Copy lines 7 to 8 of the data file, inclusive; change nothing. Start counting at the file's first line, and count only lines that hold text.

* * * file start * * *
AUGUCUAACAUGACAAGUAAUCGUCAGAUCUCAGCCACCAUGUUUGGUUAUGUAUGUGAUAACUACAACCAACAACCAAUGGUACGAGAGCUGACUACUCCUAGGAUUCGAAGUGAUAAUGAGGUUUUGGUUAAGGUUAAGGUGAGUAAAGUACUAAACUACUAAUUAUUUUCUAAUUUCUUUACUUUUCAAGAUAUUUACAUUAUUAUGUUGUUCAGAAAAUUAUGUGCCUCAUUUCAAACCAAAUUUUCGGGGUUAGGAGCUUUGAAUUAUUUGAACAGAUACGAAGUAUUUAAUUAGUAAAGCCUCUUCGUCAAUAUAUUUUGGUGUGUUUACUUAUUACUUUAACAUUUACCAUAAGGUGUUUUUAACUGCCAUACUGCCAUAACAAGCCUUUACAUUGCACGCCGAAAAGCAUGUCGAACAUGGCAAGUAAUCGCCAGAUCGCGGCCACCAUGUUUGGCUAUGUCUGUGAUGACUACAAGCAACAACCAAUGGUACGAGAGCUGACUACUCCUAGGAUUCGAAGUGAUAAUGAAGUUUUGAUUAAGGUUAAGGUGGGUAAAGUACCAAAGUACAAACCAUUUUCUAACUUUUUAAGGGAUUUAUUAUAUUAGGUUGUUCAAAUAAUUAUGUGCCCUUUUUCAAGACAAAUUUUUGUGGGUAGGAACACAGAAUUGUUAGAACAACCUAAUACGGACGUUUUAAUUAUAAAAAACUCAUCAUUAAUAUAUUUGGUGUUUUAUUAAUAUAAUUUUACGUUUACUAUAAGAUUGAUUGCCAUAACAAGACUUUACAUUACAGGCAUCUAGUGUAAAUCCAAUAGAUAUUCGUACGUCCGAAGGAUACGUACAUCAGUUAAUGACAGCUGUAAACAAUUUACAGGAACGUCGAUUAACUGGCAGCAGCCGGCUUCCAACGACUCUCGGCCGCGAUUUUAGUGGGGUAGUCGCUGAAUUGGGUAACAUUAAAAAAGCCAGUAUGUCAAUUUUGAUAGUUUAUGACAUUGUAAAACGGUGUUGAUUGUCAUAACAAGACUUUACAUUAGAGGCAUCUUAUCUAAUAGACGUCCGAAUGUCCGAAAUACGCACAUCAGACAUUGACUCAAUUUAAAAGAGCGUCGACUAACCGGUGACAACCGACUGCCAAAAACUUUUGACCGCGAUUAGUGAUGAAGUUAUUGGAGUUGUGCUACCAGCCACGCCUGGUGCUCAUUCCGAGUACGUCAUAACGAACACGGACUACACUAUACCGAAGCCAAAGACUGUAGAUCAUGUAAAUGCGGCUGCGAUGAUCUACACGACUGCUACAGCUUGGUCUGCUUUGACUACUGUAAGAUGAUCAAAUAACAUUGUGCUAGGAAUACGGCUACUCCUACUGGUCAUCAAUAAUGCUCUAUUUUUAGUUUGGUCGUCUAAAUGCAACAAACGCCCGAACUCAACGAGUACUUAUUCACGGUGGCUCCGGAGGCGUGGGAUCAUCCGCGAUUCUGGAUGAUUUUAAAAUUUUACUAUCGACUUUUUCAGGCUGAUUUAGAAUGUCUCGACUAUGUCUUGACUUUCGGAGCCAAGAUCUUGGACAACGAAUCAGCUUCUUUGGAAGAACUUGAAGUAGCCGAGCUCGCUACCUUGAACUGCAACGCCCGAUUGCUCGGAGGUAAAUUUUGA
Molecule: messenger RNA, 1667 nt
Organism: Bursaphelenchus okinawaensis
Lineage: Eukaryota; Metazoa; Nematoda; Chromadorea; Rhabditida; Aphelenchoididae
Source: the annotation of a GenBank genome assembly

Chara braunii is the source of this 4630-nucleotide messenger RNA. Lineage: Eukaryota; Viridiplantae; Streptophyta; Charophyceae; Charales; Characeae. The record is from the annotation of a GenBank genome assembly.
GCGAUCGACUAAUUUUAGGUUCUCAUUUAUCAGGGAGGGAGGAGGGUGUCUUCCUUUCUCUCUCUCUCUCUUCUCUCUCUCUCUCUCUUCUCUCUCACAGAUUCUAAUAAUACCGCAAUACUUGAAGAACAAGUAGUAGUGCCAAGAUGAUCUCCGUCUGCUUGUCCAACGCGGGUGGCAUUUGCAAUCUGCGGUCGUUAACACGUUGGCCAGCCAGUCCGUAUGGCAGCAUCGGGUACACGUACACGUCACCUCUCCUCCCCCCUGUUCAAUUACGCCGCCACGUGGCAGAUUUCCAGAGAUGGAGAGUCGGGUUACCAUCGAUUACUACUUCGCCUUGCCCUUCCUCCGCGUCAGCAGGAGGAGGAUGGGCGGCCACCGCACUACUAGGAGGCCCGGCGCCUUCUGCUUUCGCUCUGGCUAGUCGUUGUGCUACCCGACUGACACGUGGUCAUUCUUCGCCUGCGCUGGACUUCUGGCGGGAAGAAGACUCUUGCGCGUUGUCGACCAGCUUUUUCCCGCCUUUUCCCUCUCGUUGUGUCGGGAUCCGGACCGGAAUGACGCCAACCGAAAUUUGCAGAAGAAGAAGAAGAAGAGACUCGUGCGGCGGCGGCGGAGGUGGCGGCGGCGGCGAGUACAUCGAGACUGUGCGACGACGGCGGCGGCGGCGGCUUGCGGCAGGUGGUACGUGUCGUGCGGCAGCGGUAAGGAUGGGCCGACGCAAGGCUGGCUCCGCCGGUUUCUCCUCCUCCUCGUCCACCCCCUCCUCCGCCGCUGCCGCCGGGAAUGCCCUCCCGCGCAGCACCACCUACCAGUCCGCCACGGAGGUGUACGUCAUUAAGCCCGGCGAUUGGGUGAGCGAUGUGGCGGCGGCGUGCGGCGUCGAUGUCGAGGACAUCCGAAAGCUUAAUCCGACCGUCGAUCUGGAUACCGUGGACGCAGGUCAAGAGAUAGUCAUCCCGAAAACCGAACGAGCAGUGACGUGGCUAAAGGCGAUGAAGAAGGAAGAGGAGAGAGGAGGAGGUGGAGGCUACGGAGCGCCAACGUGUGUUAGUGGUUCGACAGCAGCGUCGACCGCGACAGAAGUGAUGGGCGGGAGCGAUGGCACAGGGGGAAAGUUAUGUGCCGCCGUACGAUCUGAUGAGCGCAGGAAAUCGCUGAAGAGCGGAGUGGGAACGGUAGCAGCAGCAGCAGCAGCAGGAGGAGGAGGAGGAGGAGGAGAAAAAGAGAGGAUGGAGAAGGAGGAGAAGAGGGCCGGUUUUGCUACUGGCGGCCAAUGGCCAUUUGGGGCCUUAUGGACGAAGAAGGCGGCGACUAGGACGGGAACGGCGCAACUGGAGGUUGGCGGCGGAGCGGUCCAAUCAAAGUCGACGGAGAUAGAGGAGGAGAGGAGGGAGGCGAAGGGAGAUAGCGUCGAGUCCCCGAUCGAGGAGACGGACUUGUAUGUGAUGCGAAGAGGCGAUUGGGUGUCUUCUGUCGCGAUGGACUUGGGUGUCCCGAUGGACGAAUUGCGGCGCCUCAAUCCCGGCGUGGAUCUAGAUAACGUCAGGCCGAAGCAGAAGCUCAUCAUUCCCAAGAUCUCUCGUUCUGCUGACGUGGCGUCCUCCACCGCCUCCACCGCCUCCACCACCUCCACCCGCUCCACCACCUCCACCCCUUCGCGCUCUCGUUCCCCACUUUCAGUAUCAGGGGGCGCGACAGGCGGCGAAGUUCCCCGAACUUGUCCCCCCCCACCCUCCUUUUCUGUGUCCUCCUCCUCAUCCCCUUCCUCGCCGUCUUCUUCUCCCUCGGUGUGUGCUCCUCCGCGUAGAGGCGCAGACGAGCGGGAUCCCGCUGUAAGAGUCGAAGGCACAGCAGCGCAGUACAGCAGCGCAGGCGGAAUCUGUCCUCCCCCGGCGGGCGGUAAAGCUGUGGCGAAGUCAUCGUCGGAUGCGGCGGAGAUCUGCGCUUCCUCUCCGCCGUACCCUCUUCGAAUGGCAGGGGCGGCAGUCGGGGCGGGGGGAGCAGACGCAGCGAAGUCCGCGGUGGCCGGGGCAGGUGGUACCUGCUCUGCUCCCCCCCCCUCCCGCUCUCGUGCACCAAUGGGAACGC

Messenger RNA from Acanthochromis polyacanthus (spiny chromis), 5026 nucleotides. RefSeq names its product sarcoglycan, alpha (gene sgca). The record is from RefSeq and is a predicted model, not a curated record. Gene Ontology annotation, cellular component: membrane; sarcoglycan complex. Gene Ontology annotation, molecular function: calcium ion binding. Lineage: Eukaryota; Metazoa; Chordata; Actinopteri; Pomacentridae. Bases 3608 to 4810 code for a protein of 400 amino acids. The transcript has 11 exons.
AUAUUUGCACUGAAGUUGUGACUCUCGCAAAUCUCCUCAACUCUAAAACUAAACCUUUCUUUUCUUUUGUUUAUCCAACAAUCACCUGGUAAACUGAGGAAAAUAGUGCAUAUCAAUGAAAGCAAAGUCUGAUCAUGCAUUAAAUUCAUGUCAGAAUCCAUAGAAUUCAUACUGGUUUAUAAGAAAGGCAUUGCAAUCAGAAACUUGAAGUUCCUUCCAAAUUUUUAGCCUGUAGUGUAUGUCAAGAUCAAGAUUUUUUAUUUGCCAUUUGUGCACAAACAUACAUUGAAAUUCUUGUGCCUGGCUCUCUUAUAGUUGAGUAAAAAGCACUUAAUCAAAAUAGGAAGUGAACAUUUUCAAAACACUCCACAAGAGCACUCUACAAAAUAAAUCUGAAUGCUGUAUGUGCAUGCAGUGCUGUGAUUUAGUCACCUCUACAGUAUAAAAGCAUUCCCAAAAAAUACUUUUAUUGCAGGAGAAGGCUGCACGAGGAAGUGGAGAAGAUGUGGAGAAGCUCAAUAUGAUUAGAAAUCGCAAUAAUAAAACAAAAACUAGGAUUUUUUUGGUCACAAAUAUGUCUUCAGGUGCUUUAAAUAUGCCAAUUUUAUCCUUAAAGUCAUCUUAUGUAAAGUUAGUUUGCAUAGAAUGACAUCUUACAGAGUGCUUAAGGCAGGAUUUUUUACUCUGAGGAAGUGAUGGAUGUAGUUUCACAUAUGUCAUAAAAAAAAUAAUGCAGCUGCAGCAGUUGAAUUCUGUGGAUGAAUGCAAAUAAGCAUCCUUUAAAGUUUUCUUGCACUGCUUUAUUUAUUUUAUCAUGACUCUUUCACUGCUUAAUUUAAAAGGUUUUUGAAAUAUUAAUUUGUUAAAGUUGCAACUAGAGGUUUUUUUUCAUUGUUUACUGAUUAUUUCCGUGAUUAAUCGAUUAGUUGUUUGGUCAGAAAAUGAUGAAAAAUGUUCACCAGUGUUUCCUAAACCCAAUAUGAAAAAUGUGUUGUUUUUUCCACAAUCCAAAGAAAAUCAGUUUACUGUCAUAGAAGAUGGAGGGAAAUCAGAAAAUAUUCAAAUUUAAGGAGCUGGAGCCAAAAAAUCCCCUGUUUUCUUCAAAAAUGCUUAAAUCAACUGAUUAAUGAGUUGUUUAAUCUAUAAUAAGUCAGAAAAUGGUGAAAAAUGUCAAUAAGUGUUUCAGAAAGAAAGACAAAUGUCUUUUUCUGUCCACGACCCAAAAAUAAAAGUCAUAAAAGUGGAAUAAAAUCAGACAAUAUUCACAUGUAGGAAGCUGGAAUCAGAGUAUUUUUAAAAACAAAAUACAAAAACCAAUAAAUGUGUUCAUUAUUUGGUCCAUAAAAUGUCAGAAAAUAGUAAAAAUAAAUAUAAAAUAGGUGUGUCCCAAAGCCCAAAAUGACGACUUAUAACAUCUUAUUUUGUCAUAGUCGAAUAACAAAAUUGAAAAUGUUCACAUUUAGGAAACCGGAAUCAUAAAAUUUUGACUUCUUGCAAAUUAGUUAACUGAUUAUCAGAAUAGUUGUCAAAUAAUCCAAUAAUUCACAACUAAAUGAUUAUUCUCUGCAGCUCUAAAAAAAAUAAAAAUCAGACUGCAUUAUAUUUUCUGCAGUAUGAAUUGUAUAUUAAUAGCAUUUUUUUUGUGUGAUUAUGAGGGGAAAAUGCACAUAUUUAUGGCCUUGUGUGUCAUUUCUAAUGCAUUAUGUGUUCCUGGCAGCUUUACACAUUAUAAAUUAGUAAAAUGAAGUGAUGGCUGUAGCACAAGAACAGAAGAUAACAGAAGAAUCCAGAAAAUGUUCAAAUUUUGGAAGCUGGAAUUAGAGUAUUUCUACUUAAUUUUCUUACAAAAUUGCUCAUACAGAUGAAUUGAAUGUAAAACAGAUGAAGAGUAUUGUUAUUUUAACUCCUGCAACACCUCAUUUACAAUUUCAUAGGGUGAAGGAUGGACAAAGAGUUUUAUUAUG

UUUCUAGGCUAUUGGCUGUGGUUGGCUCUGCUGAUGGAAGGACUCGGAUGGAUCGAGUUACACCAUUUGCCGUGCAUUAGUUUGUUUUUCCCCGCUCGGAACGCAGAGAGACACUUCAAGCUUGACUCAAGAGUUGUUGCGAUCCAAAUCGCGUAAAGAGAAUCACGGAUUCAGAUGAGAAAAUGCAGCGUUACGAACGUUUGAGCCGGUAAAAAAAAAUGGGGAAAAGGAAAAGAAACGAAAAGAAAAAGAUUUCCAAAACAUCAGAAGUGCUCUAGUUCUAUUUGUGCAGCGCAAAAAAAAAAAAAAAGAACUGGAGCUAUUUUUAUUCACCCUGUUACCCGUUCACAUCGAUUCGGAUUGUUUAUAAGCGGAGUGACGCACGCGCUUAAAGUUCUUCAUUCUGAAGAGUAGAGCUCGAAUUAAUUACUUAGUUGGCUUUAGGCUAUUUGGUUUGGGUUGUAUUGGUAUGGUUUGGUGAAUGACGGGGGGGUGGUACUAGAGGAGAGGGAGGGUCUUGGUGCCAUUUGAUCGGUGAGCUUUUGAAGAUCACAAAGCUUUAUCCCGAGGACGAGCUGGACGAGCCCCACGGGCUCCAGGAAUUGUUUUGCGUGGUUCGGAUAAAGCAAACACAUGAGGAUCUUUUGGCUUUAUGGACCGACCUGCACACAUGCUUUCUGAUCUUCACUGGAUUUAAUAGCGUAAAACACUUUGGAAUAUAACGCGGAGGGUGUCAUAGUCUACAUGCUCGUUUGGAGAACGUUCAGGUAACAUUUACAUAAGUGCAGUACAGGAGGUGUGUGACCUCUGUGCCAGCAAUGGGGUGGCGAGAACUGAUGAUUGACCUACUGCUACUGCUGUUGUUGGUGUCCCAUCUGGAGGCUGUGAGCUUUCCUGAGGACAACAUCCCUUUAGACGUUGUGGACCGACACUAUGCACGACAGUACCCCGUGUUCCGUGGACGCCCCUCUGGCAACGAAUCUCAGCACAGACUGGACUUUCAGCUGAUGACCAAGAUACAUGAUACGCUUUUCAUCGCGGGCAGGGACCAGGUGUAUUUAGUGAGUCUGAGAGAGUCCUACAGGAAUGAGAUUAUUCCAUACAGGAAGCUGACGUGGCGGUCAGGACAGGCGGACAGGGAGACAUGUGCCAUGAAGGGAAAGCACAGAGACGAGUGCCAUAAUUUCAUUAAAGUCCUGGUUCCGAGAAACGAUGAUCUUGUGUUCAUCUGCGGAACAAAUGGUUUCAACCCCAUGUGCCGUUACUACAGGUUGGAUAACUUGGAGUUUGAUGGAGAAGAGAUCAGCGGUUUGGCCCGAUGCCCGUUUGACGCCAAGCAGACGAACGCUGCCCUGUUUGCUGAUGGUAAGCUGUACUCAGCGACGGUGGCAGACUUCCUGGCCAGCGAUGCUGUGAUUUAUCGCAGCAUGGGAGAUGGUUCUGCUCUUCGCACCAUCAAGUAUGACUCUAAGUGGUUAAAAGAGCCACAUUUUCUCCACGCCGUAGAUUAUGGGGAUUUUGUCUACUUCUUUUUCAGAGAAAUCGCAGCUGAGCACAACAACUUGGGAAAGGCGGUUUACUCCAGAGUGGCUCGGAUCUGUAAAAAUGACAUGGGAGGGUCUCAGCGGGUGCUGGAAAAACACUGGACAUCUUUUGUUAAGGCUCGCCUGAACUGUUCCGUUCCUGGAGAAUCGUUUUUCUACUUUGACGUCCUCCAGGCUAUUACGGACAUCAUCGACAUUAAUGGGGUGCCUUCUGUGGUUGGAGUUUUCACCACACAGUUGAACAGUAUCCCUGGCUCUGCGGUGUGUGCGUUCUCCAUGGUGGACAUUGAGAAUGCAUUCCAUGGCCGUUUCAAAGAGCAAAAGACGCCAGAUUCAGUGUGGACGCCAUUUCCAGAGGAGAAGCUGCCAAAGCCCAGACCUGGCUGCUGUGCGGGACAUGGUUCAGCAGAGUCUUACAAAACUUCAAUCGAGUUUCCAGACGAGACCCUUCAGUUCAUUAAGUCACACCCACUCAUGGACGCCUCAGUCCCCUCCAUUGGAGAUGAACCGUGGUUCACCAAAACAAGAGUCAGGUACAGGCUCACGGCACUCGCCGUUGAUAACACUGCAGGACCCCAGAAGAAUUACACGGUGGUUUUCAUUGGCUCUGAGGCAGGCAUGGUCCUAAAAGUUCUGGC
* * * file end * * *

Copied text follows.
GCGAUCGACUAAUUUUAGGUUCUCAUUUAUCAGGGAGGGAGGAGGGUGUCUUCCUUUCUCUCUCUCUCUCUUCUCUCUCUCUCUCUCUUCUCUCUCACAGAUUCUAAUAAUACCGCAAUACUUGAAGAACAAGUAGUAGUGCCAAGAUGAUCUCCGUCUGCUUGUCCAACGCGGGUGGCAUUUGCAAUCUGCGGUCGUUAACACGUUGGCCAGCCAGUCCGUAUGGCAGCAUCGGGUACACGUACACGUCACCUCUCCUCCCCCCUGUUCAAUUACGCCGCCACGUGGCAGAUUUCCAGAGAUGGAGAGUCGGGUUACCAUCGAUUACUACUUCGCCUUGCCCUUCCUCCGCGUCAGCAGGAGGAGGAUGGGCGGCCACCGCACUACUAGGAGGCCCGGCGCCUUCUGCUUUCGCUCUGGCUAGUCGUUGUGCUACCCGACUGACACGUGGUCAUUCUUCGCCUGCGCUGGACUUCUGGCGGGAAGAAGACUCUUGCGCGUUGUCGACCAGCUUUUUCCCGCCUUUUCCCUCUCGUUGUGUCGGGAUCCGGACCGGAAUGACGCCAACCGAAAUUUGCAGAAGAAGAAGAAGAAGAGACUCGUGCGGCGGCGGCGGAGGUGGCGGCGGCGGCGAGUACAUCGAGACUGUGCGACGACGGCGGCGGCGGCGGCUUGCGGCAGGUGGUACGUGUCGUGCGGCAGCGGUAAGGAUGGGCCGACGCAAGGCUGGCUCCGCCGGUUUCUCCUCCUCCUCGUCCACCCCCUCCUCCGCCGCUGCCGCCGGGAAUGCCCUCCCGCGCAGCACCACCUACCAGUCCGCCACGGAGGUGUACGUCAUUAAGCCCGGCGAUUGGGUGAGCGAUGUGGCGGCGGCGUGCGGCGUCGAUGUCGAGGACAUCCGAAAGCUUAAUCCGACCGUCGAUCUGGAUACCGUGGACGCAGGUCAAGAGAUAGUCAUCCCGAAAACCGAACGAGCAGUGACGUGGCUAAAGGCGAUGAAGAAGGAAGAGGAGAGAGGAGGAGGUGGAGGCUACGGAGCGCCAACGUGUGUUAGUGGUUCGACAGCAGCGUCGACCGCGACAGAAGUGAUGGGCGGGAGCGAUGGCACAGGGGGAAAGUUAUGUGCCGCCGUACGAUCUGAUGAGCGCAGGAAAUCGCUGAAGAGCGGAGUGGGAACGGUAGCAGCAGCAGCAGCAGCAGGAGGAGGAGGAGGAGGAGGAGAAAAAGAGAGGAUGGAGAAGGAGGAGAAGAGGGCCGGUUUUGCUACUGGCGGCCAAUGGCCAUUUGGGGCCUUAUGGACGAAGAAGGCGGCGACUAGGACGGGAACGGCGCAACUGGAGGUUGGCGGCGGAGCGGUCCAAUCAAAGUCGACGGAGAUAGAGGAGGAGAGGAGGGAGGCGAAGGGAGAUAGCGUCGAGUCCCCGAUCGAGGAGACGGACUUGUAUGUGAUGCGAAGAGGCGAUUGGGUGUCUUCUGUCGCGAUGGACUUGGGUGUCCCGAUGGACGAAUUGCGGCGCCUCAAUCCCGGCGUGGAUCUAGAUAACGUCAGGCCGAAGCAGAAGCUCAUCAUUCCCAAGAUCUCUCGUUCUGCUGACGUGGCGUCCUCCACCGCCUCCACCGCCUCCACCACCUCCACCCGCUCCACCACCUCCACCCCUUCGCGCUCUCGUUCCCCACUUUCAGUAUCAGGGGGCGCGACAGGCGGCGAAGUUCCCCGAACUUGUCCCCCCCCACCCUCCUUUUCUGUGUCCUCCUCCUCAUCCCCUUCCUCGCCGUCUUCUUCUCCCUCGGUGUGUGCUCCUCCGCGUAGAGGCGCAGACGAGCGGGAUCCCGCUGUAAGAGUCGAAGGCACAGCAGCGCAGUACAGCAGCGCAGGCGGAAUCUGUCCUCCCCCGGCGGGCGGUAAAGCUGUGGCGAAGUCAUCGUCGGAUGCGGCGGAGAUCUGCGCUUCCUCUCCGCCGUACCCUCUUCGAAUGGCAGGGGCGGCAGUCGGGGCGGGGGGAGCAGACGCAGCGAAGUCCGCGGUGGCCGGGGCAGGUGGUACCUGCUCUGCUCCCCCCCCCUCCCGCUCUCGUGCACCAAUGGGAACGC

Messenger RNA from Acanthochromis polyacanthus (spiny chromis), 5026 nucleotides. RefSeq names its product sarcoglycan, alpha (gene sgca). The record is from RefSeq and is a predicted model, not a curated record. Gene Ontology annotation, cellular component: membrane; sarcoglycan complex. Gene Ontology annotation, molecular function: calcium ion binding. Lineage: Eukaryota; Metazoa; Chordata; Actinopteri; Pomacentridae. Bases 3608 to 4810 code for a protein of 400 amino acids. The transcript has 11 exons.